Muladhara (Root) Chakra


What is the root chakra? How to awaken it and connect with your Muladhara energy.


Location – The base of the spine, deep in the pelvic region

Association – Feet, legs, pelvic floor

Colour – Red

Element – Earth

Meaning – Stability

Crystal – Red Jasper, known to reconnect us with the earth and its grounding energy


The first of our seven primary chakras, the Muladhara (or root) is considered to be our foundational chakra.


Located at the base of the spine, it is associated with the feet, legs, and pelvic region. When our Muladhara energy is in balance, we feel safe, strong, and stable. A blockage in this chakra can manifest through feelings of fear or anxiety, negativity, or cynicism. Physically, symptoms may include colon or bladder problems, as well as issues with the legs or feet.


To engage with this chakra, you want to create a feeling of strong, stable foundations. Focus on your connection to the earth through your feet and legs, lift up through the knees and thighs and engage the pubis. Use every breath to keep you in the present moment and allow the flow of the inhale and exhale to bring steadiness to the body.

Why not try incorporating the five yoga poses below into your practice to awaken your Muladhara energy and balance out this foundational chakra.

Tadasana (Mountain) Pose

Stand with the feet hip distance apart, spread the toes and ground down through all corners of the feet. Activate the legs, engaging the thighs and picking up the kneecaps. Ensure your pelvis is in a neutral position and the spine is tall, the crown of the head is reaching up towards the ceiling. Roll the shoulders away from the ears, widening the collarbone, and allow the arms to hang by the side of the torso, palms facing out. Engage the Mula bandha, lift the pubis.

Gently rock forwards and backwards through the feet, noticing the feeling of the ground underneath and the connection to the earth. Come to stillness, gently close off the eyes and breathe, feeling the strong, stable foundations you have built and the grounding of the feet with the earth. Hold this pose for up to a minute.

Uttanasana (Standing Forward Bend)

From Tadasana, bend from the hips and start to bring the torso down towards the ground, lengthening as you go. Press the feet into the floor and lift the sitting bones. Bring the hands or fingertips to the ground, beside or just in front of the feet. Option to take opposite elbows with the hands if you do not reach the floor.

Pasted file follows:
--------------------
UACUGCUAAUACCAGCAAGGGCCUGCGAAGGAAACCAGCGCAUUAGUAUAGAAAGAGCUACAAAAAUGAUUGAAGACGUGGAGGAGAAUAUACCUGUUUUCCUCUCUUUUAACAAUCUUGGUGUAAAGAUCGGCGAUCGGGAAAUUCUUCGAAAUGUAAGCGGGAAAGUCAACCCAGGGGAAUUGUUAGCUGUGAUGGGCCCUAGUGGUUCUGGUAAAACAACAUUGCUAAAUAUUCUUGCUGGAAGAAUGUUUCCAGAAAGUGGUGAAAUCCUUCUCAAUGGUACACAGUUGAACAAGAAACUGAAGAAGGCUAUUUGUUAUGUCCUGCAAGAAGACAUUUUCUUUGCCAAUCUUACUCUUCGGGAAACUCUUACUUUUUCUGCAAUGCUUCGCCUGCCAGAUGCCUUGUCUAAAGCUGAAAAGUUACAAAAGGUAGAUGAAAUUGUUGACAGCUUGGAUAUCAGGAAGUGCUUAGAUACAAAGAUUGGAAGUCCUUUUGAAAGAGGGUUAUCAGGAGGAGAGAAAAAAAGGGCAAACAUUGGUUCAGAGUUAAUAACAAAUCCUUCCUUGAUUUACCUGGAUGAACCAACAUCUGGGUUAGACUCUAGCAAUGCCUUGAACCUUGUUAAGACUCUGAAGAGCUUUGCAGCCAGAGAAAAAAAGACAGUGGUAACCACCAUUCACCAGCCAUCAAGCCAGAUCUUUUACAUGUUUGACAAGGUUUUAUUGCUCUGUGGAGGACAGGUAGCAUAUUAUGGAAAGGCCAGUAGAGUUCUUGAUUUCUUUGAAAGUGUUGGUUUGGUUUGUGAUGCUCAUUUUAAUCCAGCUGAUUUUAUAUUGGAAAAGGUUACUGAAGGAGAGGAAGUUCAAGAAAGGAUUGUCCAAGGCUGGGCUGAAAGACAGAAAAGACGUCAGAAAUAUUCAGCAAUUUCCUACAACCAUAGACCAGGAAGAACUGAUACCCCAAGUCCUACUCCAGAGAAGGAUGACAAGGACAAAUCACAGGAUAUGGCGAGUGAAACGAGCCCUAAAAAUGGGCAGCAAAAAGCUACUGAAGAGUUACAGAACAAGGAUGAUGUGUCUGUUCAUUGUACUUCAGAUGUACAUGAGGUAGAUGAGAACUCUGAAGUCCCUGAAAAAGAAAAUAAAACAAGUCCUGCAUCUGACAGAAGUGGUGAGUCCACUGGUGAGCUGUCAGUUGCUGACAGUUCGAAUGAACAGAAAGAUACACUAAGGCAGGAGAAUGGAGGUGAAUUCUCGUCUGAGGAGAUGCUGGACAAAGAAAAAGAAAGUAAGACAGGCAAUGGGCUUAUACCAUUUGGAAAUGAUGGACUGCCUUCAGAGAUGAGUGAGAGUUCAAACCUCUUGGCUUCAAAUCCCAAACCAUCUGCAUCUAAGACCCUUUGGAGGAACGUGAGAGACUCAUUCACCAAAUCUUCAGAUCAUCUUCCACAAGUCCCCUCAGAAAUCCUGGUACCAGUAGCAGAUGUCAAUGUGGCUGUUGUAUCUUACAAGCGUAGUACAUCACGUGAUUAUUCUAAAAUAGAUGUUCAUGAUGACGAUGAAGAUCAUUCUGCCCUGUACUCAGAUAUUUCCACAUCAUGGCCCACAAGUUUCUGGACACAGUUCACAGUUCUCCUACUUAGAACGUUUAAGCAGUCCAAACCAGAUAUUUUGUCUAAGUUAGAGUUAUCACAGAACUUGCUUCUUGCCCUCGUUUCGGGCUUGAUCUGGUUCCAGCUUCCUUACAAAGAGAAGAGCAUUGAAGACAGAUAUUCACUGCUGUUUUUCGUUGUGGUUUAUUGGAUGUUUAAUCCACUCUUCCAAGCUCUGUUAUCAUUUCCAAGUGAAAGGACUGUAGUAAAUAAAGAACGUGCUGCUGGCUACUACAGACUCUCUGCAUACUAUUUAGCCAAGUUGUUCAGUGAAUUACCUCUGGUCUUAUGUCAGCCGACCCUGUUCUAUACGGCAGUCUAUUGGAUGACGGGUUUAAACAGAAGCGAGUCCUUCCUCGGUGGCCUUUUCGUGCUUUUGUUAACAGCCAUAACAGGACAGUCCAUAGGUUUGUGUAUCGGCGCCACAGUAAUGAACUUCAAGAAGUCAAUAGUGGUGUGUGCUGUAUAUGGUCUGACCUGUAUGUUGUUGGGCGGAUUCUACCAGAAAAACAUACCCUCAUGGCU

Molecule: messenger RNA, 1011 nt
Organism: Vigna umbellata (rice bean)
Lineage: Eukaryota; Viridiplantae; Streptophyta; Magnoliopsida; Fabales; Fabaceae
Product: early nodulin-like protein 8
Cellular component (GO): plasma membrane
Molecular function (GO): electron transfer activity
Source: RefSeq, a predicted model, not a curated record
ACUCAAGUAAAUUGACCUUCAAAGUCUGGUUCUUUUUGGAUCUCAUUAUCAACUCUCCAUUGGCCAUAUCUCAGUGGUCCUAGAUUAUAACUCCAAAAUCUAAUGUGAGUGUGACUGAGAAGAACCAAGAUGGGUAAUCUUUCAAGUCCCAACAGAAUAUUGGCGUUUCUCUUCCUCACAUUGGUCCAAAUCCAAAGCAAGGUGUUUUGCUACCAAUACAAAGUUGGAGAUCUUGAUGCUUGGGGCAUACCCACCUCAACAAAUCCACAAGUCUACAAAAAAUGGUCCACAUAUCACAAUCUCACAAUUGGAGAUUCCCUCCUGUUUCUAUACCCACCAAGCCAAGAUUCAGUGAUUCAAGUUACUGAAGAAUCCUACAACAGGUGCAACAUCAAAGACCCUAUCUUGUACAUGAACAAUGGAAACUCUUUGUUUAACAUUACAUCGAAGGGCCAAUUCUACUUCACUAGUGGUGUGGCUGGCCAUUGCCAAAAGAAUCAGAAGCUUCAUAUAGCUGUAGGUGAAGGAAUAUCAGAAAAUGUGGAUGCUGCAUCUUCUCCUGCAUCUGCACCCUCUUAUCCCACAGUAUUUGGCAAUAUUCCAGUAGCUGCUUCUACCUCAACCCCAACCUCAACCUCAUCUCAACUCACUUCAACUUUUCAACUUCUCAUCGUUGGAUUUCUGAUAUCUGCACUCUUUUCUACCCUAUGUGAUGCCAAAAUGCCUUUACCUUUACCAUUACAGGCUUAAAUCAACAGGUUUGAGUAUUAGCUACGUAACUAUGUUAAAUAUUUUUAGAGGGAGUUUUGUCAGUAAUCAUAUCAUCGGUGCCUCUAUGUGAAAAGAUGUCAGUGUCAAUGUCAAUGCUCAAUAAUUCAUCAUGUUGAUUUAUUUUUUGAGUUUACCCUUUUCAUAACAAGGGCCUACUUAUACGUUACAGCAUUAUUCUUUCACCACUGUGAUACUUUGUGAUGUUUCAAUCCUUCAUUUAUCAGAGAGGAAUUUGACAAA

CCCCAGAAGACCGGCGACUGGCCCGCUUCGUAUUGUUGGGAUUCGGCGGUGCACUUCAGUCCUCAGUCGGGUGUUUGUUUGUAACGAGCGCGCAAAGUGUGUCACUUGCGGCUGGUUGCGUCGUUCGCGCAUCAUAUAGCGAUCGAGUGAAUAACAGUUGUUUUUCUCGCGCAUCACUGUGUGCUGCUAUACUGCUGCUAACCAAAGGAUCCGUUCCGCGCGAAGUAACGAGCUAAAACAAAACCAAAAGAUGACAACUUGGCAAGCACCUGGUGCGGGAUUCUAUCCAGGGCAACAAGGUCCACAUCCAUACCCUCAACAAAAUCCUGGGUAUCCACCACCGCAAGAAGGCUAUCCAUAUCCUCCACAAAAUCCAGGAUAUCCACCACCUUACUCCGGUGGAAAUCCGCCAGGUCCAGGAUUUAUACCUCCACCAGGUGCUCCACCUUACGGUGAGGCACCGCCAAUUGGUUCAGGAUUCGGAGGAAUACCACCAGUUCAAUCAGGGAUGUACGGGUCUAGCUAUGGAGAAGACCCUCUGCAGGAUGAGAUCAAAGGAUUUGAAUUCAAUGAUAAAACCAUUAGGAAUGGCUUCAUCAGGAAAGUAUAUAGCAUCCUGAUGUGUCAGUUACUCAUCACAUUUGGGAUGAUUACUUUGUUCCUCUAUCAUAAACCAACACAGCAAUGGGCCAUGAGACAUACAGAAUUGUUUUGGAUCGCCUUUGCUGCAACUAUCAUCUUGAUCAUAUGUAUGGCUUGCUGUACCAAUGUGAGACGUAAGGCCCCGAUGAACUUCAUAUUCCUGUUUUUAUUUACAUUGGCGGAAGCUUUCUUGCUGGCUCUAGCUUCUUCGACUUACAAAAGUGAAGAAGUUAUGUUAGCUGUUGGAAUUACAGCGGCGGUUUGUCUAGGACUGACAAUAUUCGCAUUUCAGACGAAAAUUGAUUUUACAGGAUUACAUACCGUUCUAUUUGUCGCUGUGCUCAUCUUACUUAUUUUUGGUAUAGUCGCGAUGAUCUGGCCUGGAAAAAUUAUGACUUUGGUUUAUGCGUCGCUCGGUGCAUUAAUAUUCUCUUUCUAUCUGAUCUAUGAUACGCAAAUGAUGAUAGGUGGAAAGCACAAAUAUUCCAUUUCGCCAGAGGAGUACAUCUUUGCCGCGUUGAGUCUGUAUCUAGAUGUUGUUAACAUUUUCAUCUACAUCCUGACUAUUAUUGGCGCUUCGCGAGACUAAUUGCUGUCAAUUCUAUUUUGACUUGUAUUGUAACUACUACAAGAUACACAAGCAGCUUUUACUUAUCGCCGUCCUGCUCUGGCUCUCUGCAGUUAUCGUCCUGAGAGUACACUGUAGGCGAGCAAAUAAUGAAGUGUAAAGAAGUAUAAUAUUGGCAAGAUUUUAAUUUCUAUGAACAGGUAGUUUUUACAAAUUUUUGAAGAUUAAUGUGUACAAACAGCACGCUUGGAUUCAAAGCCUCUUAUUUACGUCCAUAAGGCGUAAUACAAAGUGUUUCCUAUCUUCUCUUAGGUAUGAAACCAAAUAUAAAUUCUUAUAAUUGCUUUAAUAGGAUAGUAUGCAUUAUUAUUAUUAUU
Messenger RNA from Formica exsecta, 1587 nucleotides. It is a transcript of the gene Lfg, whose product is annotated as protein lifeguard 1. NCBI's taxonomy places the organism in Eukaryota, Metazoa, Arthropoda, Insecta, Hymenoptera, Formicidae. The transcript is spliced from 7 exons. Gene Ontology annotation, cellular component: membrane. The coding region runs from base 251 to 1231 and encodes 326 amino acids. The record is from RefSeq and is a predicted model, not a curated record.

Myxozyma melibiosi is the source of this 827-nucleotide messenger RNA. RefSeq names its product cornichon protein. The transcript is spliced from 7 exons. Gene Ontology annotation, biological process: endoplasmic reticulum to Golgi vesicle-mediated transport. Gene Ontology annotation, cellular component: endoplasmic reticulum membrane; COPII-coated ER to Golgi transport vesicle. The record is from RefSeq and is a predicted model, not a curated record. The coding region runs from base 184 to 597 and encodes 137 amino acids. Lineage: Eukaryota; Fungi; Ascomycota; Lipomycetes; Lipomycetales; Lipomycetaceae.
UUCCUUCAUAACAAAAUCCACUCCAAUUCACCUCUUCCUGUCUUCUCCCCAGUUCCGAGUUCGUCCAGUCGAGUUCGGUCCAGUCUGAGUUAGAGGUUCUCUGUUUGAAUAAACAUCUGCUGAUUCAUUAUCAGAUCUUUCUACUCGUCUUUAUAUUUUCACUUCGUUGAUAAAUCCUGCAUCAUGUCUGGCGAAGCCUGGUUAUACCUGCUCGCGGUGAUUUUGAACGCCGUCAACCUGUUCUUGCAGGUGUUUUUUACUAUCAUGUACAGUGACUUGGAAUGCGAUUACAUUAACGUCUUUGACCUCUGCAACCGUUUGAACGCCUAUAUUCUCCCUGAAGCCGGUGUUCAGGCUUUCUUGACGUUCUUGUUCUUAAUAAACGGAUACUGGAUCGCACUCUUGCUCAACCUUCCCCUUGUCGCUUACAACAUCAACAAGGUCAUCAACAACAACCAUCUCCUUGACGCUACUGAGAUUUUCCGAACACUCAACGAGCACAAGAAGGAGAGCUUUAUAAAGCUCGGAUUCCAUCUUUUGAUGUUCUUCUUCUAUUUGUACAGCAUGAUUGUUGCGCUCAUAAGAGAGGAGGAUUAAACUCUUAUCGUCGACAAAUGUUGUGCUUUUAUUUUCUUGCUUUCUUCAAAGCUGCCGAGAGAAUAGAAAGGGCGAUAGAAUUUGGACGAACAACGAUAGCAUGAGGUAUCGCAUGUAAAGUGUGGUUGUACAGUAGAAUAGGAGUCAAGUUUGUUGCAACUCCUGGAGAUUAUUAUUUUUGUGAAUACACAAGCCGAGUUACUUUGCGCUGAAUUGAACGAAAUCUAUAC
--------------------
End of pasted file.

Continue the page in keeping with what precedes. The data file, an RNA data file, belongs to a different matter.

As you inhale, lift the torso and find length. With each exhale find space to fold a little deeper into the pose. Stay here for up to a minute. Come back up hinging from the hips, slowly with a nice long spice.

Vrikshasana (Tree Pose)

From Tadasana, bring the weight into the left (standing) leg, find your Drishti or focused gaze, and slowly start to peel the right foot up off the floor, coming to the tiptoes. Open the right leg out and bring the sole of the foot to the inside of the standing leg.


Pick the foot up and place the sole on the inner thigh of the left leg. Draw the right knee back to square off the hips and press the left leg down. Reach the arms up and overhead, sparking through the fingertips.


Hold here for several breaths before slowly releasing down. Repeat on the other side.

Utthita Parsvakonasana (Extended Side Angle Pose)

From Virabhadrasana II (Warrior II) on the right side, start to reach out with the right hand, extending the torso. Bending from the hips, take the right arm down towards the ground, torso following, so that the arm is on the inside of the right leg. Aim the fingertips or palm to the floor and the hand against the inside of the right ankle.


Leading with the fingertips, left arm extends up and over towards the right in line with the ear and turn the ribcage to open the chest. Face the palm down to the ground. Extend through the top arm, creating a long line down the left side of the body, from the foot all the way through to the tips of the fingers. Take the gaze up or down towards the floor. Ground down through the feet to stabilise.


Stay here for ten long breaths before slowly lifting the torso back up, following the momentum of the left arm as you bring it back over to the left. Repeat on the other side.

Malasana (Garland Pose)

Starting in Tadasana, step the feet wider than the hips, feet out turned slightly. Bring the hands to Anjali mudra (prayer position) and shifting the weight into the heels, start to sink the hips down, directing the tailbone towards the floor, keeping the torso up and open.


Come down slowly to a deep squat, bringing the elbows to the inside of the knees, lift the torso and open the heart space. You can gently move side to side to help further open the hips and settle into the pose. Come to stillness and take several nice slow breaths, breathing into any areas of tightness.

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